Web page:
On Friday August 26, the art exhibition Borderland Collective: Northern Triangle opened at the Krannert Art Museum. The exhibition provides plenty of material for a dialogue about the issues of migration and human rights, but navigating the renovation and exhibit itself may prove daunting for some.
Organized by the Borderland Collective and the Blue Star Contemporary of
Austin San Antonio, TX, Borderland Collective: Northern Triangle aims to tackle the subject of the Northern Triangle and its larger historical context through artistic interpretations and other ephemera. The Northern Triangle is the name for the region of migration routes to the United States through Mexico from Central American countries El Salvador, Guatemala, and Honduras. Due to economic troubles and military conflicts, Salvadorans, Guatemalans, and Hondurans sought refuge and a better life in the United States. Borderland Collective: Northern Triangle attempts “to disrupt the presumed causality between what is shown and what is seen and thereby draws attention both to the contingency and potentialities of these objects as well as to the current crisis unfolding along the U.S./Mexico border.” In other words, there is a lot of information and many objects to encounter in order to “formulate an opinion, rethink [your] relationship to, and engage in and exchange with” about past and current events.
Because not everyone responds to an object the same way, the gallery presents a wide variety of objects to visitors: a Newsweek article from 1980 about nuns killed in El Salvador; an artist group’s call for action against U.S. intervention in Central America from 1984; a Red Cross flag and blue water barrel labeled “agua” from the South Texas Human Rights Center; a 1962 U.S. Marine Corps’ handbook entitled The Guerilla and How to Fight Him next to the board game Central America: The United States Backyard War; a 1913 political cartoon about U.S. involvement in Central America thanks to the Monroe Doctrine; and reproductions of drawings by children detained by recent Immigration and Customs Enforcement raids. Interspersed with the ephemera there are digital archival prints and portrait drawings by artists Adriana Corral, Mark Menjivar, Jason Reed, and Ricky Yanas. Since the objects aren’t labeled other than with a number, the reference guide packet by the main wall text outside of the gallery is incredibly useful for identifying the objects. A second handout entitled “Activating the Past in Borderland Collective: Northern Triangle” by art historian and Borderland Collective member Erina Duganne provides background on two of the artists and their works in the exhibit. All of the wall texts are presented in English and Spanish as well.
As a word of warning, Borderland Collective: Northern Triangle is a demanding exhibition. What I mean to say is that the subject matter is complicated and to place everything in context will take time. If you can, go to one of the events associated with the exhibition or (unlike me) spend more than 30 minutes in the gallery. Another tip is to turn left when you enter the gallery and not right. While the exhibit doesn’t dictate that you should start from a specific point, I really could’ve used that timeline table as my starting point. Instead I encountered the Department of Homeland Security’s map “Unaccompanied Alien Children (UACs) by Location of Origin for CY 2014: Honduras, El Salvador, and Guatemala.” I wasn’t quite sure why I was seeing it first until I got 3/4 of the way through the exhibition backwards. So, give yourself time and be prepared to think both during and after your visit to the gallery.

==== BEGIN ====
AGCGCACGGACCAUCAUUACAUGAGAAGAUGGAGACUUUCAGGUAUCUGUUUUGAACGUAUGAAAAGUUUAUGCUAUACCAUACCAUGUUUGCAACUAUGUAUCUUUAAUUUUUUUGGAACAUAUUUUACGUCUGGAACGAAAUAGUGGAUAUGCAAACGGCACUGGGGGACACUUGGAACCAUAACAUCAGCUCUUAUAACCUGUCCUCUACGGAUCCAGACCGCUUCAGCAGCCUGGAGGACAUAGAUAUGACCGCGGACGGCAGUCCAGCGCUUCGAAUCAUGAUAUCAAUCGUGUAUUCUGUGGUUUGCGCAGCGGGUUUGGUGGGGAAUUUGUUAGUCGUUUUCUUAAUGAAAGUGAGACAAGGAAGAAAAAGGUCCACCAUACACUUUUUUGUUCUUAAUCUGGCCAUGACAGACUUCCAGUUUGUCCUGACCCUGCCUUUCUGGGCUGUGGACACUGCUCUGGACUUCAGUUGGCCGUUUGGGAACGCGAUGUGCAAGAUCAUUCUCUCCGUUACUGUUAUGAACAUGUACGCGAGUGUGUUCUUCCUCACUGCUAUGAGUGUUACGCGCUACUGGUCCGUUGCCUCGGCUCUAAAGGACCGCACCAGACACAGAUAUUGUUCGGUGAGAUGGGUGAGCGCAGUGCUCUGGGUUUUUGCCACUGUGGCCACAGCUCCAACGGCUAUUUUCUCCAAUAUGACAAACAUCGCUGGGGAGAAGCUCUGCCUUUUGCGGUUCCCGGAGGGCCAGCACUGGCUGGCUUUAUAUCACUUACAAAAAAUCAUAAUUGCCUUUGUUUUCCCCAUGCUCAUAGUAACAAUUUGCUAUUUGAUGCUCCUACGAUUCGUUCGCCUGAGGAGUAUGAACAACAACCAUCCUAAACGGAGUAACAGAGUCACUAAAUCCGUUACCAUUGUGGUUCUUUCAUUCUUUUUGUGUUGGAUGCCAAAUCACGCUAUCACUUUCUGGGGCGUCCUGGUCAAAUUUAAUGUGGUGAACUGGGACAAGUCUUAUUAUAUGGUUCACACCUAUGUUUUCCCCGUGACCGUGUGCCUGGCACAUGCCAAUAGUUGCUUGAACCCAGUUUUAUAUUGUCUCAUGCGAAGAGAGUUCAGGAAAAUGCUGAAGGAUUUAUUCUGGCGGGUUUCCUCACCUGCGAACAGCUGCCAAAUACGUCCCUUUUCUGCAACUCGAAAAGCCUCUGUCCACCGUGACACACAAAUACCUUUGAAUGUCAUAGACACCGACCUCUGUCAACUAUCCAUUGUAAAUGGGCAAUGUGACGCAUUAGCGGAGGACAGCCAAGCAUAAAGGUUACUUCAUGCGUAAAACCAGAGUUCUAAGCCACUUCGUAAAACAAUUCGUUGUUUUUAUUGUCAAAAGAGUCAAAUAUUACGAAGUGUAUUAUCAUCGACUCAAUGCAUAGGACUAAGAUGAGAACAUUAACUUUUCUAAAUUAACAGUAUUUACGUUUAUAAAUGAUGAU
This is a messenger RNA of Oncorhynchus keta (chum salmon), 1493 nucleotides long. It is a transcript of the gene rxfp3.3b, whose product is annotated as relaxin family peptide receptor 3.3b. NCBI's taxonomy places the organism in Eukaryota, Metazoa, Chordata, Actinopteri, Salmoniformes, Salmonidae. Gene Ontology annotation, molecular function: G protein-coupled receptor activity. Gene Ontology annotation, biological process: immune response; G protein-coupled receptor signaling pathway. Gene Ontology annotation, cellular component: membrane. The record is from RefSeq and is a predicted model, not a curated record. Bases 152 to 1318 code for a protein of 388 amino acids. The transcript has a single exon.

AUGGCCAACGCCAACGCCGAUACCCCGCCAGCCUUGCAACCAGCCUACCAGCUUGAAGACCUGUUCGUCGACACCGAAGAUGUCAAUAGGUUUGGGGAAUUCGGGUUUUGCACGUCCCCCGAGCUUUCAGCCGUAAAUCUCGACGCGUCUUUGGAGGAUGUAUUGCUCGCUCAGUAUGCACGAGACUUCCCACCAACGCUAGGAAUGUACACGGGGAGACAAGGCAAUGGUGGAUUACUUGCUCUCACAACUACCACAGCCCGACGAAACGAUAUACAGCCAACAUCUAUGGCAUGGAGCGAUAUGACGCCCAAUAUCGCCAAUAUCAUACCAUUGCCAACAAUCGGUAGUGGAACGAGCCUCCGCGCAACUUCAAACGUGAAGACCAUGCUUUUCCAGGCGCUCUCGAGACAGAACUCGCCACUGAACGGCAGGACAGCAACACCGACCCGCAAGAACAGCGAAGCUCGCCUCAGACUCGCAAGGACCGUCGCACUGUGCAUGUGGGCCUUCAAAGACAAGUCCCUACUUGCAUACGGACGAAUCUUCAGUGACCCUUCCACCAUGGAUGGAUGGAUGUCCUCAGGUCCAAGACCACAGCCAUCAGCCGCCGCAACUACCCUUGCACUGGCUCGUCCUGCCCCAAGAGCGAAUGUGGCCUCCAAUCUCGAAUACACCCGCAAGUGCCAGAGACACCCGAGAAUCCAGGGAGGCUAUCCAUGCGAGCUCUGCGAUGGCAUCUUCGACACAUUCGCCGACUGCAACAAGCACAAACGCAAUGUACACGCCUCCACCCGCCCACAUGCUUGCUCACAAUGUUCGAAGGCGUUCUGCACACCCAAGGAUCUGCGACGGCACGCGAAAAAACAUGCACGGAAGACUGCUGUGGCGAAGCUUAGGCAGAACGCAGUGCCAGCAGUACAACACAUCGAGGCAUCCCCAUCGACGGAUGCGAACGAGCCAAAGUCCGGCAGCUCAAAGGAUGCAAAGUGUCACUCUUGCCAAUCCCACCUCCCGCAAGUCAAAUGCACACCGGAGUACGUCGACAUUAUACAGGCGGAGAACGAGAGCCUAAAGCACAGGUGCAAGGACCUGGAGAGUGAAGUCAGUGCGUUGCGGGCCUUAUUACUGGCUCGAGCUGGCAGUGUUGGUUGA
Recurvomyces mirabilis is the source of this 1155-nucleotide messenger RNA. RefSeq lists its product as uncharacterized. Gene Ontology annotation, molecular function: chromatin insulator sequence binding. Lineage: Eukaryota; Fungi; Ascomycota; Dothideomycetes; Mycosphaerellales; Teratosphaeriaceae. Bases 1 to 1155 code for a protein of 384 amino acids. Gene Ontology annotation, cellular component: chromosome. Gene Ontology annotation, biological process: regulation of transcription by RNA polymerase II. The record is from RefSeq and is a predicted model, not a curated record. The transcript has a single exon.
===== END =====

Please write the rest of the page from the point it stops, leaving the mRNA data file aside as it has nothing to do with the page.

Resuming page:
Borderland Collective: Northern Triangle will be on view until December 22. There are a number of events for the exhibition. A gallery conservation entitled “Crossings and Borderlands” starts at 5:30 p.m. on September 15. Hosted by Anthropology leaders, “Taboo Talks – Resisting ICE in the Midwest” on September 29 at 7 p.m.will be an open forum about ICE and immigration policies and their effects on us locally. Both events will take place in the Contemporary Gallery. There will be several artist-in-residency events in early October when Borderland Collective members Jason Reed, Erina Duganne, and Mark Menjivar come to the University of Illinois to discuss their work.Image courtesy of Blue Star Contemporary.
Sarah Keim is a contributing writer for Smile Politely’s Arts section. She’s a bit of recluse on social media, but you might bump into her out in the wilds of C-U. Frequent sightings occur at bike shops, farmer’s markets, and libraries.
CORRECTION: The article originally misidentified “Blue Star Contemporary” as “Blue Star Contemporary Art Gallery” and placed it in Austin, TX as opposed to its actual location of San Antonio.